I've been reading some interesting stuff about Job Stress and how your occupation actually changes the way you think. This is not related to police work in particular but all different roles. The pressures exerted by management the role itself and by colleagues actually changes your perceptions and behaviours and makes you act in certain ways. It is fascinating stuff and got me thinking about how I might have changed in my views over the years.
I don't know how you would measure it, as we don't do Psychometric testing as a rule. If we did my old friend Dandelion would say we recruit complete psychopaths. We no doubt will have a few lurking in our midst but have they been created by this job? They are outnumbered presently in my opinion by weak willed individuals employed through a catch all recruiting process.
My class at training school completed one of those Psychometric tests just as a laugh. I took it seriously and answered it truthfully. You might know the type, numerous questions where you have to agree or disagree in the strongest terms or not to a particular statement. I can't remember many but your views on religion were sought. I strongly disagreed on that one. There was also one on liking fires - and as I'd set fire to the next door neighbours dustbin as a child I strongly agreed.
It was so long ago that the results were plotted on a graph and shown on an overhead projector, which was cutting edge technology at the time. The instructor showed that most of the class were within the expected range of normality. The only graduate in the class was over on the left with liberal views which was also normal for somebody with that education and thinking. He then moved the sheet to reveal a little cross off the scale on the edge of the universe which was mine. Apparently Genghis Khan should have been where Jupiter was and there was me out alone on Pluto. I like to think I'm different and didn't have any desire to join the rest of the class on planet Earth or the graduate on Mercury. As I'd just left HM forces I don't think that result was actually so shocking. I'd just had three years of ingrained discipline and training put through me and would have followed any order without question, including killing. I had been moulded into what the Army wanted. In reality I painted a lot of things green but that button was there to be pressed.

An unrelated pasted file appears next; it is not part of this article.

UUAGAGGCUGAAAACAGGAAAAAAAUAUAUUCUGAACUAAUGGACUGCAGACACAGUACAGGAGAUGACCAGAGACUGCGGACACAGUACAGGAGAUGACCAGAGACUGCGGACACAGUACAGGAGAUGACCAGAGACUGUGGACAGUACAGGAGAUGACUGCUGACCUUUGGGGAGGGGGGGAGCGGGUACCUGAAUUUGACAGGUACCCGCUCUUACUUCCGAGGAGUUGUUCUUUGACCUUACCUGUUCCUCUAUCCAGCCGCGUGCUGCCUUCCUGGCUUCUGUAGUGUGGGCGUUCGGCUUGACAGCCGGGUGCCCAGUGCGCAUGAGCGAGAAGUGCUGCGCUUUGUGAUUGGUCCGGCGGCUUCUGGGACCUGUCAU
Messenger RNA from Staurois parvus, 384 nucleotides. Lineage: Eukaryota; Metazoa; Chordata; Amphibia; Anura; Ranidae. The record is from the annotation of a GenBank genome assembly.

Several year's later, on my Sergeant's course we did another one. This was a bit different with similar statements but based around Team Task and Individual. To become the ideal manager you had to have a fair balance of three circles overlapping when they were plotted. I'd cheated a bit as I didn't go so strong on the strongly agree or disagrees. The result however showed me as the perfect leader. Looking back I was pretty hot at the time work wise and the personal life was only just going bent.
Ten years further on and I must be due another one. If I'd taken it a couple of years back god only knows what would have shown up. I would like to think I'm actually more centred and open today. As a result I trust nobody and that includes management at work and our government.
I think the only role the police use these for are undercover operatives. I believe there is a 3 hour Psychometric and a psychiatric assessment to be passed before being selected for training. I've often wondered why they don't do this for firearm's roles. I've seen a few "red misters" go onto specialised jobs with guns.
As I near the end of my career I do so a bit battered and bruised both physically and mentally. I am however aware of how I came to be here. My old man always said the job will flog a willing horse till it drops and I think he is right. Hopefully I'll be able to steer a few away from making my mistakes. To do so they will have to change and understand that your job is not your life. You are unlikely to change the world but you can change yourself.